Sesame Bread and Ricotta Cheese

Back to reality I go.  Tonight is the last night of the freedom of spring break.  I'm pretty excited about my course schedule for next quarter, so I'm not feeling all that bitter about it; but it's hard not to whine about returning to class.  I'll be taking a creative writing course, The American City in Literature, to fulfill one of my mandatory art credits and a psychology course called Language, Thought, and Action.  This one I'm really excited about, since my primary academic interest is in the psychological mechanisms surrounding language comprehension and production, and how those processes influence behavior.  I'm nerding out about it pretty hard.

This bread though, oh my.  I think it may be the best bread I've ever made.  The toasty sesame seeds are subtly nutty, the crust toothsome, and the center ethereal and light, with a soft crumb.  It's heavenly, actually, with the heady aroma of yeast and almost buttery scent of the sesame seeds together perfuming the kitchen.  Combined with the silken, pure ricotta cheese, a sprinkle of coarse salt and slip of olive oil, every bite is a pleasure.  I never knew it was so easy to make ricotta cheese - my recipe was from Alex Guarnaschelli and didn't even require cheese culture.  Better yet, it's only three ingredients: buttermilk, cream, milk.  You need only to simmer them together until the curd begins to separate from the whey, let cool slightly, then strain gently through cheesecloth in the refrigerator for a few hours.  That's it.  The bread was also incredibly simple to make, as far as bread goes, but comes out beautifully.  Both the bread and cheese require some time and patience, but most almost all of that time is inactive.  I would recommend making the cheese the night before you want it, stowing it away in the fridge until morning.  As for the bread, that was great spring-break project for me; I made the dough, watched the original Star Trek and worked on projects for an hour and a half, punched down and braided the dough, continued my lounging for another hour and a half, then added the egg white coating and sesame seeds and baked the loaf.  Once I took it out of the oven I went off to practice, and returned to a lovely aroma and even more lovely slice of bread.  I think I may make it again soon, this time using the whey that remains from my cheese-making adventure.  Alex Guarnaschelli recommended that this would be a great use for the cheese by-product, and I'm not one to argue with food legends.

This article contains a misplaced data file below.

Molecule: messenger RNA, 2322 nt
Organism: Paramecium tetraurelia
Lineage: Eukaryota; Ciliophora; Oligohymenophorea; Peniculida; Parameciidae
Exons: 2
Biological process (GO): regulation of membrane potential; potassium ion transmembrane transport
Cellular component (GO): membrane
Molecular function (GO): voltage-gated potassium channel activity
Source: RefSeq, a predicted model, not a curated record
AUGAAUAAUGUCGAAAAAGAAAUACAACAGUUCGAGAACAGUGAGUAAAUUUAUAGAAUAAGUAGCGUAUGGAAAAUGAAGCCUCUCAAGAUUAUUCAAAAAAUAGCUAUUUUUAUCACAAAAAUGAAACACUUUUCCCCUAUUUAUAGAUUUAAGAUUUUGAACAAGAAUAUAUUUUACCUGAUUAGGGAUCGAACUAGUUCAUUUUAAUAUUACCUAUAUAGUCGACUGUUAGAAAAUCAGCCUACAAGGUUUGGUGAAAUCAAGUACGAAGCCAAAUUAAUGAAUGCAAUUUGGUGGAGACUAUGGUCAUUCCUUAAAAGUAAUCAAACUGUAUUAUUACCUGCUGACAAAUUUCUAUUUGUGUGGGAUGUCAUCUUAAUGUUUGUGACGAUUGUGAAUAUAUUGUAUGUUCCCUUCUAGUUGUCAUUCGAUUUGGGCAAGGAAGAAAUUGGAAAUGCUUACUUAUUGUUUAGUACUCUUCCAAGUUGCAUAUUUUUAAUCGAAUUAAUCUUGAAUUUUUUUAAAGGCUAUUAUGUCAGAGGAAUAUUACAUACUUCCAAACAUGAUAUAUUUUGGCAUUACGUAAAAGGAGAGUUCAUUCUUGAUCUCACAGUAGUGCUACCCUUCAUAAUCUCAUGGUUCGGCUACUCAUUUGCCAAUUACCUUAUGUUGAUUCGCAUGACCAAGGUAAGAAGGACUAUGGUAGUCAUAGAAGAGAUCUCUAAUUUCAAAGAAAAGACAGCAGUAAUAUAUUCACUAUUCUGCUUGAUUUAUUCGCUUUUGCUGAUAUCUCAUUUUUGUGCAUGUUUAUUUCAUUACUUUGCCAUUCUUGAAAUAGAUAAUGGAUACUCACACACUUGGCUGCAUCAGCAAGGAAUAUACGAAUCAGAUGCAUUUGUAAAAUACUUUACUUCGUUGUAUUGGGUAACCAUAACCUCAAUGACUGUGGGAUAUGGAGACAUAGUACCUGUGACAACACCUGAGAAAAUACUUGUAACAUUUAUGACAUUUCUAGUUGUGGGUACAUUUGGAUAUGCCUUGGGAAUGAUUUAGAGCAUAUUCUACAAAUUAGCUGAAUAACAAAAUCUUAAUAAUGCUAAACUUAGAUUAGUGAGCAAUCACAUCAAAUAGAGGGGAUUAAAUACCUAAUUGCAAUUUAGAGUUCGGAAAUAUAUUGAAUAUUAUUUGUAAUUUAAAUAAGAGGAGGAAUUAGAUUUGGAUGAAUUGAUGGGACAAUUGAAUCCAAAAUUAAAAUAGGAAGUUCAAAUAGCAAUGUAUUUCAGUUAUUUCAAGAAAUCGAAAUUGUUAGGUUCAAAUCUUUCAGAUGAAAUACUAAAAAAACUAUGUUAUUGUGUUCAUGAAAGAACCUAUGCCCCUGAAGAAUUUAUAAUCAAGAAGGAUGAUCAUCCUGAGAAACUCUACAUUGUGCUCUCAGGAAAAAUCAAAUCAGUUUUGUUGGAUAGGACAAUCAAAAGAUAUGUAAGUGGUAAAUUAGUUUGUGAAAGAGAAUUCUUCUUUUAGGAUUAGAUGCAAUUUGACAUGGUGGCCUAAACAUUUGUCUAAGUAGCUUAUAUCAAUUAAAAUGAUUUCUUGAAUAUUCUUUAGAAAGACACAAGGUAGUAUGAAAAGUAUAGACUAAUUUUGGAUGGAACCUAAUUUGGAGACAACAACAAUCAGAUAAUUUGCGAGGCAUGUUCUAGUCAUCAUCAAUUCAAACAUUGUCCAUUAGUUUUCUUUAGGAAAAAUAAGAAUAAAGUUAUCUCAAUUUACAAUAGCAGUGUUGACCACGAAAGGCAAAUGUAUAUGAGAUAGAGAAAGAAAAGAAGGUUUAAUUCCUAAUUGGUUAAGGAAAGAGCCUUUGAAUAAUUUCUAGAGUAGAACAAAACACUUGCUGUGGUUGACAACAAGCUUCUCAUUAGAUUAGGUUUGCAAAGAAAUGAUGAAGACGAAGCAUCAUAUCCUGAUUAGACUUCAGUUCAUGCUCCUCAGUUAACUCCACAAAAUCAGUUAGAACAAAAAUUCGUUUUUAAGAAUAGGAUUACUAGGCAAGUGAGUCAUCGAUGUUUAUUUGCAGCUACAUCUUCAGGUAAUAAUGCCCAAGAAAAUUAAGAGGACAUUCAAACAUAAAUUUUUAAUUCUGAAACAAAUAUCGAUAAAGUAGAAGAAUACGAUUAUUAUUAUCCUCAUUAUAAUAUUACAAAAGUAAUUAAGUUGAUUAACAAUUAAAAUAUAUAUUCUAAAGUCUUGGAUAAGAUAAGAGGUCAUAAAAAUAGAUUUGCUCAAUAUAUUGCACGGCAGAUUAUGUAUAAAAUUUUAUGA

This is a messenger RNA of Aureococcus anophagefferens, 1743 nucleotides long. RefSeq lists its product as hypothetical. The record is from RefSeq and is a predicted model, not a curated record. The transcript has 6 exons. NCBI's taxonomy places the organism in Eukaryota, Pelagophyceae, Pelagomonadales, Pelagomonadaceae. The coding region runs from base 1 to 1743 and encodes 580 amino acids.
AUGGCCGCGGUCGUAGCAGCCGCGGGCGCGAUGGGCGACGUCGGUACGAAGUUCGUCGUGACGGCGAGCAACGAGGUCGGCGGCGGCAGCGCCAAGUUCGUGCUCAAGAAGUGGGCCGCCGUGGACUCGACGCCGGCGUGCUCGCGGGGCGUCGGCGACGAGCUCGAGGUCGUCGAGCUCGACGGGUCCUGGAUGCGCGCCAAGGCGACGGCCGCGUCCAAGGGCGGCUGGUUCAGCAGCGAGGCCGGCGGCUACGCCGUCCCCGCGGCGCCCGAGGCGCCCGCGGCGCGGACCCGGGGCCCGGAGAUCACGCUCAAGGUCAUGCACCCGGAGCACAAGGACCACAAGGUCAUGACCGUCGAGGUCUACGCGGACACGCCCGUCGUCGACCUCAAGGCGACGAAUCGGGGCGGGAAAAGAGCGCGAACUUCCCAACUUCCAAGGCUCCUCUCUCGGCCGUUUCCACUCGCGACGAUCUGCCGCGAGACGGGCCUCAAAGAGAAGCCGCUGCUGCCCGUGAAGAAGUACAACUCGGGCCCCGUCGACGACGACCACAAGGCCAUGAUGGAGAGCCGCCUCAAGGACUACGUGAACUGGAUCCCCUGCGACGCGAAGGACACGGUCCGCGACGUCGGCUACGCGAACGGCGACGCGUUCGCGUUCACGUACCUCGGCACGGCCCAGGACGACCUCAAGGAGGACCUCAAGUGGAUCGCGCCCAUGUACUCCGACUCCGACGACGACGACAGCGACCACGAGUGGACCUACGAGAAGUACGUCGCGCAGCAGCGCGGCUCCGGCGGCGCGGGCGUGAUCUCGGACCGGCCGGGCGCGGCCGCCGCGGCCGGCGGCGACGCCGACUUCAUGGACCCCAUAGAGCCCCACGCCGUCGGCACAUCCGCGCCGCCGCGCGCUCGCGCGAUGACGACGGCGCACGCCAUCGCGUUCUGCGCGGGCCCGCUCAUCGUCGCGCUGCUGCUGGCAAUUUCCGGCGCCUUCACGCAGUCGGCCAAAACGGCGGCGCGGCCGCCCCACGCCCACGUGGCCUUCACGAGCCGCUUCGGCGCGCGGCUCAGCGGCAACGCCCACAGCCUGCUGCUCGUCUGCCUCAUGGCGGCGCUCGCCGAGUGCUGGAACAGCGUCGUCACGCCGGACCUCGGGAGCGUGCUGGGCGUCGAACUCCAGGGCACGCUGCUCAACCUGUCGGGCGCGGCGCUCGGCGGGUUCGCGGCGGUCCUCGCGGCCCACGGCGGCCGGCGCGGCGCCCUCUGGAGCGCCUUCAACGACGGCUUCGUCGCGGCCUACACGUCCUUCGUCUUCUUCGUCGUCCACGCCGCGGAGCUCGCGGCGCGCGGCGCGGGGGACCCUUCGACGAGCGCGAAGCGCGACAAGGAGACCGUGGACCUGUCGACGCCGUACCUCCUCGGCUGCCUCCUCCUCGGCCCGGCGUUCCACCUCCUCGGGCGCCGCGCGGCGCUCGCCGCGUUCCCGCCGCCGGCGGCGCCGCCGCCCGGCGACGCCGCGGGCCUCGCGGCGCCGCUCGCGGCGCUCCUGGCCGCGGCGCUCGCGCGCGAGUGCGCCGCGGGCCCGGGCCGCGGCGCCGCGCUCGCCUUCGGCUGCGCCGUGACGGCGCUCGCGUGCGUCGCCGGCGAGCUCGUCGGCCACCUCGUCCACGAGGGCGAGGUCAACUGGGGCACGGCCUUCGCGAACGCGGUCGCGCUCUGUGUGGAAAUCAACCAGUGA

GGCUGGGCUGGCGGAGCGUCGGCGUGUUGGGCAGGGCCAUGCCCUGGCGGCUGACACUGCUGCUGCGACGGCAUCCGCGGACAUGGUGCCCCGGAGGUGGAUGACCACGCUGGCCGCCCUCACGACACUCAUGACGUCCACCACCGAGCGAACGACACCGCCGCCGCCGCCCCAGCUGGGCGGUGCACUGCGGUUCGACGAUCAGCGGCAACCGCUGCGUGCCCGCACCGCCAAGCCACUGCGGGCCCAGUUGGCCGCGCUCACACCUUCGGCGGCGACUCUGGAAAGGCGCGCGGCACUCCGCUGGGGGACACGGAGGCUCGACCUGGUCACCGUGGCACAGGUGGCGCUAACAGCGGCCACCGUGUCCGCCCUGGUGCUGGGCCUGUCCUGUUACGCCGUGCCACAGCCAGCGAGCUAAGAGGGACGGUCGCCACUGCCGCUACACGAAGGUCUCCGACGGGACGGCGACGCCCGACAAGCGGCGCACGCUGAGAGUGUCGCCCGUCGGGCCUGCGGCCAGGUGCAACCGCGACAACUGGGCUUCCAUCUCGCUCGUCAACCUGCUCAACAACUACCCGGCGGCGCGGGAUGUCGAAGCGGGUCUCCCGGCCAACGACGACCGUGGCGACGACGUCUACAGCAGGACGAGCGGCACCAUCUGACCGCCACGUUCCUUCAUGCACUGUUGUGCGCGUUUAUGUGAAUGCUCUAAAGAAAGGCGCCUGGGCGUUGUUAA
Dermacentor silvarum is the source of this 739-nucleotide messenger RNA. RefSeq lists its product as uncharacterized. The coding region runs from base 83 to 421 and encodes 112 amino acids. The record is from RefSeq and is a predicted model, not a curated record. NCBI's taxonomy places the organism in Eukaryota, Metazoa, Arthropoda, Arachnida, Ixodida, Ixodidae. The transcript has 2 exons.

Sesame Bread

3 3/4 c unbleached bread flour
1 teaspoon diastatic malt powder (don't worry about it if you don't have this, it just helps the yeast work)
2 teaspoons instant yeast
1 1/2 teaspoons salt
2 tablespoons olive oil
~1 c warm water
~3 tablespoons sesame seeds
1 egg white, beaten

In a medium bowl combine flour, malt powder, yeast, salt, olive oil, and water, and knead until the dough is soft and silken, tacky but not sticky.  Let rise in an oiled bowl, covered with plastic wrap or a clean towel, for 1.5 hours.

Gently punch down the dough, then divide into 3 equal pieces.  Roll each piece into a rod about 20 inches long, then place on an oiled baking sheet.  Pinch the tops together, braid loosely, then pinch the ends together and tuck them underneath.  Brush with egg white (save the remainder, you will need it again), then cover and let rise for another 1.5 hours.

Preheat the oven to 400 degrees F.  Brush the loaf again with the remaining egg white, being very carefully not to deflate the bread.  Sprinkle on the sesame seeds, then bake 20-25 minutes until golden.  Let cool completely before slicing and serving with your ricotta cheese:

1 c heavy cream
3 c whole milk
1 1/2 c buttermilk
Salt to taste

Combine in a saucepot and heat over medium heat, until the curd begins to come to the surface and coagulate.  Turn off the heat and let cool ~20 minutes.  Gently spoon curd into a fine mesh strainer lined with a few layers of cheesecloth, then pour the whey over.  Place in the fridge for ~3 hours until the cheese is thick.  Season with a sprinkle of salt.

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